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Foreign fares spiral

New Delhi, Oct. 9: As domestic air travel gets more expensive, so will foreign jaunts.

British Airways and Virgin Atlantic today joined Lufthansa and Air France in increasing fuel surcharges as oil prices soared to $53 a barrel.

Thursday onwards, the surcharge on tickets of long-haul flights of both the British airlines would go up from '6 to '10 one way. That would translate into about Rs 650 more on a return ticket.

Virgin said fuel represented 22 per cent of the airline's costs and the surcharge would be about 3 per cent of average ticket prices.

Lufthansa has already announced that on long-haul routes, where fuel accounts for a higher percentage of costs, the surcharge per flight leg will increase by 10 euros to 17 euros. That means an increase of over Rs 1,100 for a long-distance return ticket.

The German carrier has said the new rates apply to all tickets bought on or after October 15 and will remain in force until the crude oil price falls below $40 per barrel on 30 successive days.

Air France will similarly increase prices by 11 euros (about Rs 600) each way. Again, the hike will be reversed if crude prices fall below $40 a barrel and stay there for 30 consecutive days.

Analysts fear that a prolonged rise in oil prices could trigger a slowdown in global economic recovery. If this happens, airlines could suffer further as less essential business travel and holiday plans are sure to be cut back. Air France and Lufthansa have already scaled back short-term growth forecasts.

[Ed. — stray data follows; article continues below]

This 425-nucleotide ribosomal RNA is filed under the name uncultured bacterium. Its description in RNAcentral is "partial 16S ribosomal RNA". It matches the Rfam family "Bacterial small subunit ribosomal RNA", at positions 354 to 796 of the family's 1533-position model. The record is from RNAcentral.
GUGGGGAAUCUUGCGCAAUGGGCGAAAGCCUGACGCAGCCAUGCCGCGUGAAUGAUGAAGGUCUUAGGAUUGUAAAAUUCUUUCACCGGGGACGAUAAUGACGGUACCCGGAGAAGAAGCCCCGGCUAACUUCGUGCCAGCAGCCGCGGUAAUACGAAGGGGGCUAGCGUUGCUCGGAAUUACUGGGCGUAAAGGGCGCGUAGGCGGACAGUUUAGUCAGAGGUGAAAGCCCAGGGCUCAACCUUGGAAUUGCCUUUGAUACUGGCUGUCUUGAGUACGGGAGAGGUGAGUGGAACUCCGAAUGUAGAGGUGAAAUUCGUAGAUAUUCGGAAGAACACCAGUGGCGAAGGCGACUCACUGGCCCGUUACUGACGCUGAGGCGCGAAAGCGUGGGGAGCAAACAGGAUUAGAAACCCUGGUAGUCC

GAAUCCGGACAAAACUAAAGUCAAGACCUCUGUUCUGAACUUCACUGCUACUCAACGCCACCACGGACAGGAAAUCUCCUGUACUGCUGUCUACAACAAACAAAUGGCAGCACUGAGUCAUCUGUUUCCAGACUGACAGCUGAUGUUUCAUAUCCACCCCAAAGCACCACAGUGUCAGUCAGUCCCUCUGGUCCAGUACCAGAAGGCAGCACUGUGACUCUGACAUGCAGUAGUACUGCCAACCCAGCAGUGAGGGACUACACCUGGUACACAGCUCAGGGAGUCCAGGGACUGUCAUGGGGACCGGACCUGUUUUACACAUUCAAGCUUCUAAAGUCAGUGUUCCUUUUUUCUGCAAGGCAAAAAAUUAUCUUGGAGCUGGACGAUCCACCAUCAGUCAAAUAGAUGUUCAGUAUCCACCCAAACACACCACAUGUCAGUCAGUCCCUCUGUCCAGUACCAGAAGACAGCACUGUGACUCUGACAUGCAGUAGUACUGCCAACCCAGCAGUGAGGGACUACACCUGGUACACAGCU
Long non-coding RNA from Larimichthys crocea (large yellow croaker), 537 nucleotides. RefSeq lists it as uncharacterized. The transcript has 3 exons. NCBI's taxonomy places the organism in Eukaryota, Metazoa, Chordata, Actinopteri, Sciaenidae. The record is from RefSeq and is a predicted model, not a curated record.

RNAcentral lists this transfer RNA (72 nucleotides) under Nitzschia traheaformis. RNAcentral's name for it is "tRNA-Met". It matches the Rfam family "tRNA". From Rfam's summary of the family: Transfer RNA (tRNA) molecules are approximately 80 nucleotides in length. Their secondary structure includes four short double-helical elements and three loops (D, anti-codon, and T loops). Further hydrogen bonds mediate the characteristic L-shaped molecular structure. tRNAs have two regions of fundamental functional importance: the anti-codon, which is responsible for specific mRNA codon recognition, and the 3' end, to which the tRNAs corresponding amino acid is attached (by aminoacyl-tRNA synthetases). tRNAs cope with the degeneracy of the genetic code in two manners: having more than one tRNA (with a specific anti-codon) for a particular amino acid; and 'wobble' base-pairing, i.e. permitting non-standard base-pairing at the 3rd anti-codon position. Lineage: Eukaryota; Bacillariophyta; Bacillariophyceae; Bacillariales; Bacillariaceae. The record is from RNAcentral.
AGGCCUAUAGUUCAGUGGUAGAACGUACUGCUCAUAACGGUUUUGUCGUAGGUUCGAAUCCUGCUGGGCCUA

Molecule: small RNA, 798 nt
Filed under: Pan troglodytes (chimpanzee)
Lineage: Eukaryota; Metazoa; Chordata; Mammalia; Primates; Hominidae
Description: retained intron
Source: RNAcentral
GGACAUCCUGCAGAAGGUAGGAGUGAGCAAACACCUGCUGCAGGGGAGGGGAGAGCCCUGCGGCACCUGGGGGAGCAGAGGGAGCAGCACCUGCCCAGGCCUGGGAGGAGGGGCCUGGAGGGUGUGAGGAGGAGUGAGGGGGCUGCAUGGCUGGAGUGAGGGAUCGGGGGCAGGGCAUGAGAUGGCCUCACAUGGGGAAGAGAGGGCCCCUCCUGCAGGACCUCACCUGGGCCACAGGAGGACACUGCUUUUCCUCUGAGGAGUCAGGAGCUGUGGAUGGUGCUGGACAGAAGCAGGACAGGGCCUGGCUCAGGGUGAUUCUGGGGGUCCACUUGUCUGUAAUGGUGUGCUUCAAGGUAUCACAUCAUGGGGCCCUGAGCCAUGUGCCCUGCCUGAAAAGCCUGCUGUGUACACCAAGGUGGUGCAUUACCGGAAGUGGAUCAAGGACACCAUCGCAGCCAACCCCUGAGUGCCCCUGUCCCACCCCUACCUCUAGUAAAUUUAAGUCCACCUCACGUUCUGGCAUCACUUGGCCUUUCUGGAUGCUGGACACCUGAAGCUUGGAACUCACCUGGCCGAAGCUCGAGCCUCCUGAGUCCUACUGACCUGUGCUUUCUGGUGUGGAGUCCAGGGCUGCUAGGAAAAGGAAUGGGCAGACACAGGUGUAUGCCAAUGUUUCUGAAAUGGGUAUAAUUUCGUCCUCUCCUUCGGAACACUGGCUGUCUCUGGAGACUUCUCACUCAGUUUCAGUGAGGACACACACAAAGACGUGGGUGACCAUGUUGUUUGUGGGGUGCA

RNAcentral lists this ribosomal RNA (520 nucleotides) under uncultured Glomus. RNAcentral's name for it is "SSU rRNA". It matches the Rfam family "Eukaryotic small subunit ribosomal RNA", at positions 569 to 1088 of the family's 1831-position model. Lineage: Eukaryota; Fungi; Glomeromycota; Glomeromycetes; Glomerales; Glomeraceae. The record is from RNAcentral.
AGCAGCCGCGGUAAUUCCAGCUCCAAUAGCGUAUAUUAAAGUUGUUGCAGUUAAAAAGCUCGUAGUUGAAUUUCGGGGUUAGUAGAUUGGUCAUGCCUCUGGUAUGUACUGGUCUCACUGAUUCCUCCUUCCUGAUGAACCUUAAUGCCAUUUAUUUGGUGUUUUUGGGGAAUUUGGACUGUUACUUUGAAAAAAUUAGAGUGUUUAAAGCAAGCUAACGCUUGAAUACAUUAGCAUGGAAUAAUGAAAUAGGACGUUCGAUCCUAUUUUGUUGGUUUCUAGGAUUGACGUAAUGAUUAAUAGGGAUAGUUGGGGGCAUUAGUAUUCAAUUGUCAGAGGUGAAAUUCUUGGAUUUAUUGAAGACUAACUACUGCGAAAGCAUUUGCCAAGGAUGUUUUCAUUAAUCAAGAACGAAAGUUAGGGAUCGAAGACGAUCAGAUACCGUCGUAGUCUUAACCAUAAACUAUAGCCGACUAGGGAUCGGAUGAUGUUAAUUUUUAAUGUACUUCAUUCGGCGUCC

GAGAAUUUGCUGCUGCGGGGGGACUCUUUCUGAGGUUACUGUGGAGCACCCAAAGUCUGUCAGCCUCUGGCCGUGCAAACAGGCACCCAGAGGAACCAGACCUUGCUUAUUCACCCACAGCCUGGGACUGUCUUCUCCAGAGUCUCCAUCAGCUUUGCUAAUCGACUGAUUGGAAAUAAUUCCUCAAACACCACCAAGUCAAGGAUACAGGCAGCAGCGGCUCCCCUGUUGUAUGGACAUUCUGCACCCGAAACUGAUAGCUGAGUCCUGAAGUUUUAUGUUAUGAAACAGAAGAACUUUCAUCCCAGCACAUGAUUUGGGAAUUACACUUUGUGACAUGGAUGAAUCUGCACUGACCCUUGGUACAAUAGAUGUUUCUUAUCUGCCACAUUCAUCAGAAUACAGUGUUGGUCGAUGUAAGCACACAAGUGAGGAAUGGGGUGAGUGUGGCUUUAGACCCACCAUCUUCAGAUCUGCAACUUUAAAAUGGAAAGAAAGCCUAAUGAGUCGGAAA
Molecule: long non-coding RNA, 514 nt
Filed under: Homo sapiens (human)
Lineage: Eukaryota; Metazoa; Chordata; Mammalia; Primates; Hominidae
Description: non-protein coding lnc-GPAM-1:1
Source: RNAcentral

'Higher oil prices could dampen economic growth and consumer demand as people hold on to their purse strings fearing higher doses of inflation,' said B.B. Bhattacharya, the director of the Institute of Economic Growth.

Air turbine fuel prices had hit an all-time high of Rs 31,000 a kilolitre in October, compared with Rs 27,000 a kilolitre in June-July. Global trends indicate oil prices will remain firm in the coming months and airlines fear there may be a need for another round of fare increase in November-December.

The aviation industry is likely to be hit more than others by the rise in oil prices as it comes on top of a series of calamities over the last few years. Airlines went into a tailspin with huge cancellations after 9/11. A tentative recovery in 2002 was reversed the following year by the Sars epidemic. All three primary domestic carriers ' Jet, Sahara and Indian Airlines ' yesterday announced a 10 per cent increase in fares effective from Thursday.

But one airline is swimming against the tide. The low-cost Air Deccan today announced a 20 per cent fare reduction on its metro routes. Chief captain G.R. Gopinath said 'incremental revenue from very high passenger traffic will offset the cost of increase in the price of aviation turbine fuel'.

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